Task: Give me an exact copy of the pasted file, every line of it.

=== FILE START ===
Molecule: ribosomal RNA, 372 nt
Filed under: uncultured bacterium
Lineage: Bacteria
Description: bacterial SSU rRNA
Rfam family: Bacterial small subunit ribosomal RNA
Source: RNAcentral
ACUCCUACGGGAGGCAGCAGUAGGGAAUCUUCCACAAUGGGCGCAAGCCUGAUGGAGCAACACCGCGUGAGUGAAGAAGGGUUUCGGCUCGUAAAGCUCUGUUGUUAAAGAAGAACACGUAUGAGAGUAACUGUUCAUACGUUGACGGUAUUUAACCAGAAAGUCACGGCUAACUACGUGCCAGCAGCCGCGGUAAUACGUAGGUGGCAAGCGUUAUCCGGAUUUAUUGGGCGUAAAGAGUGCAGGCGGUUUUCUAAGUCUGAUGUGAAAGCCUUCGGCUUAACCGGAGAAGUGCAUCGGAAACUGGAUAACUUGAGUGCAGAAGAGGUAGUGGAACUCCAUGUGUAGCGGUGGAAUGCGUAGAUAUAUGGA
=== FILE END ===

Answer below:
Molecule: ribosomal RNA, 372 nt
Filed under: uncultured bacterium
Lineage: Bacteria
Description: bacterial SSU rRNA
Rfam family: Bacterial small subunit ribosomal RNA
Source: RNAcentral
ACUCCUACGGGAGGCAGCAGUAGGGAAUCUUCCACAAUGGGCGCAAGCCUGAUGGAGCAACACCGCGUGAGUGAAGAAGGGUUUCGGCUCGUAAAGCUCUGUUGUUAAAGAAGAACACGUAUGAGAGUAACUGUUCAUACGUUGACGGUAUUUAACCAGAAAGUCACGGCUAACUACGUGCCAGCAGCCGCGGUAAUACGUAGGUGGCAAGCGUUAUCCGGAUUUAUUGGGCGUAAAGAGUGCAGGCGGUUUUCUAAGUCUGAUGUGAAAGCCUUCGGCUUAACCGGAGAAGUGCAUCGGAAACUGGAUAACUUGAGUGCAGAAGAGGUAGUGGAACUCCAUGUGUAGCGGUGGAAUGCGUAGAUAUAUGGA